Tuesday, October 30, 2012

Review: Ruins of Lace by Iris Anthony


The year is 1636 – the smuggling of Flemish lace into France is rampant.  Lace is now a form of currency – it also has the power to elevate or destroy.

Lace - Point d'Angleterre or Brussels Lace - became so popular (at one point 150000 women were employed in the industry) that laws were enacted to prevent other nations stealing away the lace-makers of Flanders and Brussells.  Its was also a perilous industry for a young woman who usually entered into this field as a young child, and often by age of 30, left a blind and crippled woman who resembled an aged hag.  However, France, during the reign of Louis XIII, introduced sumptuary laws which banned the wearing and ultimately the importing of foreign-made lace.  Many strange measures were taken to secure this article - and many devious methods were devised for its transportation across international borders.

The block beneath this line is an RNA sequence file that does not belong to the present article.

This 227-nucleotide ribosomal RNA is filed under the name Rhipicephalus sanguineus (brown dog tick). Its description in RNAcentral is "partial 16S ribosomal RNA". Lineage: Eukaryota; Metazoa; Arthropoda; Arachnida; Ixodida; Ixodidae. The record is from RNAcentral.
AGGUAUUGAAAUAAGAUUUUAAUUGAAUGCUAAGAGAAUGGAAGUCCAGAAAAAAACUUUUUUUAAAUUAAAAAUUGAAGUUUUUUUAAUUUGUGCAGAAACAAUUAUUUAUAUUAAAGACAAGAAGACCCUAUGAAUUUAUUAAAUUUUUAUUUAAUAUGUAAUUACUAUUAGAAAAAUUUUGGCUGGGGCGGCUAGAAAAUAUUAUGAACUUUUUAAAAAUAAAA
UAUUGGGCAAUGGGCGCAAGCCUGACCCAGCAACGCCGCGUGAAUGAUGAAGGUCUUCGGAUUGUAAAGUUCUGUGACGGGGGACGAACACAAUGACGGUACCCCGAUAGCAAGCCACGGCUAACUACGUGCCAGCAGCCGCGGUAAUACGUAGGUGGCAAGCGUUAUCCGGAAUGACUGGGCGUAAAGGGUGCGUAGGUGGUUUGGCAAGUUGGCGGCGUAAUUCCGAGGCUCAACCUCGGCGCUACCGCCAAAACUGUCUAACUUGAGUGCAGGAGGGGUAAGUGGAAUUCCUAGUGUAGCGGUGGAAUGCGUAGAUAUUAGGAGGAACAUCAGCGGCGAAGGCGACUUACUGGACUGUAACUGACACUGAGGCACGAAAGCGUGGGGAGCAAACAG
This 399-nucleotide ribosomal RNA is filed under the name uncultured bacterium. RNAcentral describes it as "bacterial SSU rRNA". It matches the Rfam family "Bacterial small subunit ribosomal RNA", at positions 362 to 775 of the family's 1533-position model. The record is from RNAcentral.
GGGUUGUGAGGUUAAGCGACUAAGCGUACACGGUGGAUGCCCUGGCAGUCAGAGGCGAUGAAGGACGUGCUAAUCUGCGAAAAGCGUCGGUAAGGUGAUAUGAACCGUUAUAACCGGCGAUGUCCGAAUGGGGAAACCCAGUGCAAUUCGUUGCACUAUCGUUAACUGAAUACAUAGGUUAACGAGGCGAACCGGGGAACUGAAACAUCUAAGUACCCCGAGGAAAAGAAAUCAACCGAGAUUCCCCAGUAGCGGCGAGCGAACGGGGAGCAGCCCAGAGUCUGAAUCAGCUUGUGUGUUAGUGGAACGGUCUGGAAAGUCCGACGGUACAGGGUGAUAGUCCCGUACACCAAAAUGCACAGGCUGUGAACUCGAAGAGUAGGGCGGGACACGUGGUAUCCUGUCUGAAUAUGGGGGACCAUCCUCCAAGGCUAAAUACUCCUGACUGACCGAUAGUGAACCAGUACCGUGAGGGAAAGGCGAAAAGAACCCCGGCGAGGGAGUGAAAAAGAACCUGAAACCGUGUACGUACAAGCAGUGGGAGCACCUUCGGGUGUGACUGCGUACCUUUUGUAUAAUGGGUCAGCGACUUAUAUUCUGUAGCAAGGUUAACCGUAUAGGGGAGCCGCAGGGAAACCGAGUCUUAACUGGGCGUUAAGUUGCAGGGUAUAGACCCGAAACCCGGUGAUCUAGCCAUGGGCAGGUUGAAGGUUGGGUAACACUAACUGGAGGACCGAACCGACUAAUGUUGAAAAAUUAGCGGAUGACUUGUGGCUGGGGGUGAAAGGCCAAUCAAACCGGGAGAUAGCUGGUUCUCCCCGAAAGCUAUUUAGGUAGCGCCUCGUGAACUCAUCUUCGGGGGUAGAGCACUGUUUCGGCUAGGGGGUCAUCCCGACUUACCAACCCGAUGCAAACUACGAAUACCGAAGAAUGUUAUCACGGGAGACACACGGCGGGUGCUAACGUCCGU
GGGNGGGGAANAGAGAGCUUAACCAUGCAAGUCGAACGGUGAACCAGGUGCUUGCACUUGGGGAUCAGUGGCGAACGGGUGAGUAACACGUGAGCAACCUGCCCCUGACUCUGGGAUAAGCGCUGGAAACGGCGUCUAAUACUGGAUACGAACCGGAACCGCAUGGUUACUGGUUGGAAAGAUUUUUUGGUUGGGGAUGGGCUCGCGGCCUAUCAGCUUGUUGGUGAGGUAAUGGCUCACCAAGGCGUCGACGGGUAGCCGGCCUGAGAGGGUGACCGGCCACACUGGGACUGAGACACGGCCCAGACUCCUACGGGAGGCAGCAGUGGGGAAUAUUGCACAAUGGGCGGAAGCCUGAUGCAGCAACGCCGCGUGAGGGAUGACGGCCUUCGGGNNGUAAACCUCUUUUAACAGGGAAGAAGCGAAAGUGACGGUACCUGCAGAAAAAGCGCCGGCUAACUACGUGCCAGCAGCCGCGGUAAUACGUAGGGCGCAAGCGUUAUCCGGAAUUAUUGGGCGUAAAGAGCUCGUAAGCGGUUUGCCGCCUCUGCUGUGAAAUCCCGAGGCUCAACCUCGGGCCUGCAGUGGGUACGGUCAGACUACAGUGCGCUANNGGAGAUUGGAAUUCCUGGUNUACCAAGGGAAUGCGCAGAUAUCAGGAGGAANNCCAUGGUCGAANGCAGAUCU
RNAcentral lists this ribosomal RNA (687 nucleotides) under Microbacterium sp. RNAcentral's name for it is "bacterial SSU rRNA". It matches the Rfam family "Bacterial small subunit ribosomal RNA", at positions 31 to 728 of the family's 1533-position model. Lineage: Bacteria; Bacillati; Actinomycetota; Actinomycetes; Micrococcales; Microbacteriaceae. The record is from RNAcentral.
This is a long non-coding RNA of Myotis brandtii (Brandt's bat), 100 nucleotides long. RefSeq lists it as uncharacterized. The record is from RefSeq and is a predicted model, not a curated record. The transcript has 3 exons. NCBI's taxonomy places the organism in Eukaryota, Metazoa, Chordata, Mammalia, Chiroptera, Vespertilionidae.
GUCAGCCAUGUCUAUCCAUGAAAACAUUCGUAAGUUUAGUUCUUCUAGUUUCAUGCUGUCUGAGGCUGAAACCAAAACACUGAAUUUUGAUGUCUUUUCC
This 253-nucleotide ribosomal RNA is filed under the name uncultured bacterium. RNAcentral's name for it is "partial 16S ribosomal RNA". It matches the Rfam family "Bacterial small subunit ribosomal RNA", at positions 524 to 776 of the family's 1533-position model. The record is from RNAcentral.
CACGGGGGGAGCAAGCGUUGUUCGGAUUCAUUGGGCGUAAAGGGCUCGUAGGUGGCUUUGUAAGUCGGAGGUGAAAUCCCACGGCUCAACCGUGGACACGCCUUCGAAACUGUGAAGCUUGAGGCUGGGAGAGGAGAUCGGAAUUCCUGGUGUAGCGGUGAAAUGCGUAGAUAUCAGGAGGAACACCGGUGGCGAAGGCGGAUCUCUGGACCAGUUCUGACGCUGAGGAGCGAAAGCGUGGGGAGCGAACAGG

See: History of Lace by Mrs. Bury Palliser
Our story starts with two sisters – Katharina, who is a lacemaker at the Flemish abbey of Lendelmolen; the other, Heilwich, who is a housekeeper of sorts to a nearby priest.  Both stories are presented in the first person narrative.

As intricate as the pattern of the lace, the other voices are added to the story - Denis, a border guard whose job it is to seek out the smugglers; a dog used for smuggling; Lisette, a young girl who has fallen under the spell of lace; Alexandre, a young man with no future of his own who seeks redemption and honour; and a wily, scheming count who hopes to use this precious gift as a bribe to secure his own financial future.  

As one by one the characters meet and their stories merge, we are drawn along on the journey – will the prized lace be secured in time to prevent the dishonor of one – or will our young hero fail in his task. The reader will be held spellbound until the final chapters reveal all – and the pattern is complete.

I read this in one sitting – it is not an overly long book, nor are the chapters drawn out.  All is concise and the stories easy to follow.

France in the 17th century is not my particular forte - however, I found this to be a most enjoyable read.  Highly recommended for all who love a good story.

About The Author:
Iris Anthony is a pseudonym. The writer behind the name is an award winning author of 10 novels.

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